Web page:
Located in the heart of ASEAN, the Lao People’s Democratic Republic (LPDR) or Laos has strong bilateral trade and investment ties with key economies in the region and beyond, leveraging on the establishment of the ASEAN Economic Committee (AEC), as well as ASEAN’s trade and investment partners. Laos has the strategic geographic advantage of being land-linked, bordering key ASEAN markets including Thailand, Vietnam, Cambodia and Myanmar. It also borders China in the north and is a key node in the One Belt, One Road Initiative. It is also one of the most politically stable countries in the region. The government of Laos is actively wooing foreign investments in a bid to emerge as a key economy in Southeast Asia. In an effort to boost competitiveness and transform itself into one of the dynamic countries in the region, the country offers diverse business opportunities to both domestic and foreign investors. Lao PDR is one of China’s most trusted regional allies and Chinese influence is likely to grow. Laos being one of the smaller nations has a simple foreign policy aligned towards keeping all its neighbours happy.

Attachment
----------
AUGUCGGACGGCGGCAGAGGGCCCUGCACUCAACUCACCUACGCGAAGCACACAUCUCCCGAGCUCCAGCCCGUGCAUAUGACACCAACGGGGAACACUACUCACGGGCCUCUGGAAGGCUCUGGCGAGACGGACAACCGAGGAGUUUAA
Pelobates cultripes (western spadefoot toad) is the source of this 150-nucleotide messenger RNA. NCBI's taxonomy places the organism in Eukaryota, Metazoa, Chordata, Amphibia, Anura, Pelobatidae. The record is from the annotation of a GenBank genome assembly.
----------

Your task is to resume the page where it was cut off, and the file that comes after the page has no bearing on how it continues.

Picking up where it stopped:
Beijing’s investments in the landlocked state are plentiful, especially in the infrastructure, hydropower, mining and agricultural sectors. The landmark US$6BN 414-kilometre railway project connecting both countries broke ground in December 2016 and is part of Beijing’s ambitious Belt and Road Initiative. Laos’ capital, Vientiane, boasts an airport built by Japan and a riverbank redevelopment project undertaken by South Korea. The country has bilateral investment treaties with 27 countries and is on track to achieve the middle-income economy status. The GDP of Laos has been growing at 4.7% in 2019 (World Bank) and projected to grow at 4.8% (EIU) in 2021. There has been steady growth from US$7.12BN in 2010 and the economy has seen an increase of 155% over the course of the last 10 years.
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